Just start with the smaller piles that feel manageable, ok?

I’m not saying your problems aren’t bigger than this, I’m saying that if we’re really going to alleviate the layers of symptoms you might be experiencing, we need to start with the big rocks first.

It may be that along the way, we discover you need a little extra help with something. That might lead onto supporting you for digestive health, or hormonal therapy, or herbal supplements.

I’ve never met anyone who didn’t feel some improvement from fine-tuning their ‘base’ strategies, starting with the above.
Which starts to build the confidence and belief in yourself, that you have got what it takes to work on the rest.

I know that it seems a bit ‘far fetched’ for this to be true, and I know that nobody really wants to be doing it. 
Drinking water and eating vegetables instead of hobnobs is BORING!
(if you don’t know how to make it enjoyable, that is)

Most people overlook the 5 points above. I’ve had clients tell me they didn’t think it would work for them, that my approach sounded too simple.

I get it.

But the low moods, sleep problems, hot flushes, belly fat, heavy periods, PMT, emotional outbursts, they really DID improve.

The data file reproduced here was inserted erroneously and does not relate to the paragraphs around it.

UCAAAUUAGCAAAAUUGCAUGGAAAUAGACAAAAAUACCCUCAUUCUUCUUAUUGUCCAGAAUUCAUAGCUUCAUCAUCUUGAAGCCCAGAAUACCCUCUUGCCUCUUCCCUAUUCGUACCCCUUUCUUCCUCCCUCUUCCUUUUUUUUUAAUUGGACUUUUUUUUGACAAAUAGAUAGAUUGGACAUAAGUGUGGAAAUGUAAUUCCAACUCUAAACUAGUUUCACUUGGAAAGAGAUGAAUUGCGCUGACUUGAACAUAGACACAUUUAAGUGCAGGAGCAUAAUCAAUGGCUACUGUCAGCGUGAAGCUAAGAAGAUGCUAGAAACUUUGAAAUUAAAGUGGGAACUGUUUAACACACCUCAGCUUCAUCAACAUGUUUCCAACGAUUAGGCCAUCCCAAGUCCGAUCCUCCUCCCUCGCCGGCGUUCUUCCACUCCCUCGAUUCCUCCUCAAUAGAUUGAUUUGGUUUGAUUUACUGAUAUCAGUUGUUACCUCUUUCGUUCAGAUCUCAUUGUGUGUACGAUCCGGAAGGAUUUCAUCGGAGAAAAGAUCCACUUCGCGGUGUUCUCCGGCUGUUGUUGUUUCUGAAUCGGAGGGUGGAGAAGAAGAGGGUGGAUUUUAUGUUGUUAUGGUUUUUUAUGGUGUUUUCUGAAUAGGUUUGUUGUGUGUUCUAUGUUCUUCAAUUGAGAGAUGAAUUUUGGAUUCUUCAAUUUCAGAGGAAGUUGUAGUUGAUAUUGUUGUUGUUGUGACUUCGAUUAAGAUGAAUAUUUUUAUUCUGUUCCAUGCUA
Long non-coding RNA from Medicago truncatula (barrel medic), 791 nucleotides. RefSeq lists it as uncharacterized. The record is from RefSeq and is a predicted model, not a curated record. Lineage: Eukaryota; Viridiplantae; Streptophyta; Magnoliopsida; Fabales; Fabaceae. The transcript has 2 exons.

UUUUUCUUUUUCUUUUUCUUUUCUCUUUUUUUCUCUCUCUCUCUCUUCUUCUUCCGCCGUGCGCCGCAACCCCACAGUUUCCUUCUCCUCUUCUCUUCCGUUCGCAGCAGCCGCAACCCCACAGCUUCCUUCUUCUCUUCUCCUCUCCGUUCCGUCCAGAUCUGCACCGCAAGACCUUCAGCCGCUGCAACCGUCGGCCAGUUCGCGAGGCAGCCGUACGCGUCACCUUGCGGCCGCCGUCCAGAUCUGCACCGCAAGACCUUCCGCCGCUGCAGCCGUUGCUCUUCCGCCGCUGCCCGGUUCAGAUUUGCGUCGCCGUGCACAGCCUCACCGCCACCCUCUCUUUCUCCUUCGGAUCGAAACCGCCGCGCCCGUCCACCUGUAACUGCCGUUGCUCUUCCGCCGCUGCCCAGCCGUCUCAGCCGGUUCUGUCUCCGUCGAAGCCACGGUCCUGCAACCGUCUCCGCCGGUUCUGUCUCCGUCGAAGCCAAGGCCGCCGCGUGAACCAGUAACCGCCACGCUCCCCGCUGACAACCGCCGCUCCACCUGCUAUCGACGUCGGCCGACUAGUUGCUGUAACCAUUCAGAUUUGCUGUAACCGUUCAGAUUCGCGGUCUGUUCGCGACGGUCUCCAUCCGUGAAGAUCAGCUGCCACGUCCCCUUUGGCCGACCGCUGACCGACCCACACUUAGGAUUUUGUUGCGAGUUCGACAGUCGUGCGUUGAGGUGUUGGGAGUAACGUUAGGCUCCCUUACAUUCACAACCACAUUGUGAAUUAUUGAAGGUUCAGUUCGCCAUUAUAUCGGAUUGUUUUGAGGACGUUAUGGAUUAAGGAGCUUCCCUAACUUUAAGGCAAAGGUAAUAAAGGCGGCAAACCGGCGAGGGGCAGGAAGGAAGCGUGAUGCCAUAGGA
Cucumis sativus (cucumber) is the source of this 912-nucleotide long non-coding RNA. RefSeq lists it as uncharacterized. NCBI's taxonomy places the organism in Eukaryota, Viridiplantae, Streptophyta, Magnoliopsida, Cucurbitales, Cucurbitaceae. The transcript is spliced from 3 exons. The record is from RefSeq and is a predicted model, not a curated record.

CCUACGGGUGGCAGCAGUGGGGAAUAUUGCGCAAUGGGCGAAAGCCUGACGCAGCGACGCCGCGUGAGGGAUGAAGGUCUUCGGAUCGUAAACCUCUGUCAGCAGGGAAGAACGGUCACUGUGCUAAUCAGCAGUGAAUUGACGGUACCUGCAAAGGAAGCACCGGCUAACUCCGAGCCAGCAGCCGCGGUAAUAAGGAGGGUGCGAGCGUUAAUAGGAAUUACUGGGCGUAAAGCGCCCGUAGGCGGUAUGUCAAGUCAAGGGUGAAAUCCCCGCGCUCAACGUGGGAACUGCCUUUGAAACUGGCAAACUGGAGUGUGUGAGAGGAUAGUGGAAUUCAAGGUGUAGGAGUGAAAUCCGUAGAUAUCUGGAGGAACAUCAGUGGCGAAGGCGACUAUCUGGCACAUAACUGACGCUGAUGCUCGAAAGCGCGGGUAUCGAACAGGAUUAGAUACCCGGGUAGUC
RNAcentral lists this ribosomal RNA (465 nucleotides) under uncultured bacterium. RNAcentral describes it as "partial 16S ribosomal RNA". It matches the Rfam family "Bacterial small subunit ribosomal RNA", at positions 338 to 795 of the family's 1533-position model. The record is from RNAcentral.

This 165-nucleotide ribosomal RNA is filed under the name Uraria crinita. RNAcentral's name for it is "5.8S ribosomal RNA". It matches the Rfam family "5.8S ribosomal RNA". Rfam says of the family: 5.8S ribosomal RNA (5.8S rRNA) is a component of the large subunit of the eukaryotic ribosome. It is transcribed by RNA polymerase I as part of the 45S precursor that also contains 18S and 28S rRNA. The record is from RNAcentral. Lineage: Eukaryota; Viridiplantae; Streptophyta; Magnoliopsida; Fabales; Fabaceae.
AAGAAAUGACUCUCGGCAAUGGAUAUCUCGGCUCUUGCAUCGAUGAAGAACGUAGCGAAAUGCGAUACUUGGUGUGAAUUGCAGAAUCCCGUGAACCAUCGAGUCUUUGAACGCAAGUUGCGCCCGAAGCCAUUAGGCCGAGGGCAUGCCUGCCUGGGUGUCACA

Take a quick scroll through this page to see what they said themselves.

Daily actions form the basis of survive or thrive. Sink or swim.
It’s the basis, not the everything. We have to start somewhere, and this is it.

Even with medication (which I’m not against btw), we can’t take a detour around the base habits.

If it sounds simple, surely that’s a reason to give a go, not a reason to dismiss it?


If you’ve not yet joined my free facebook community – Menopause Done Naturally – then all you need to do is click the button below. It’s available to all women who are seeking some basic advice about how to navigate the menopause in a natural way.

Click here to join my free group Menopause Done Naturally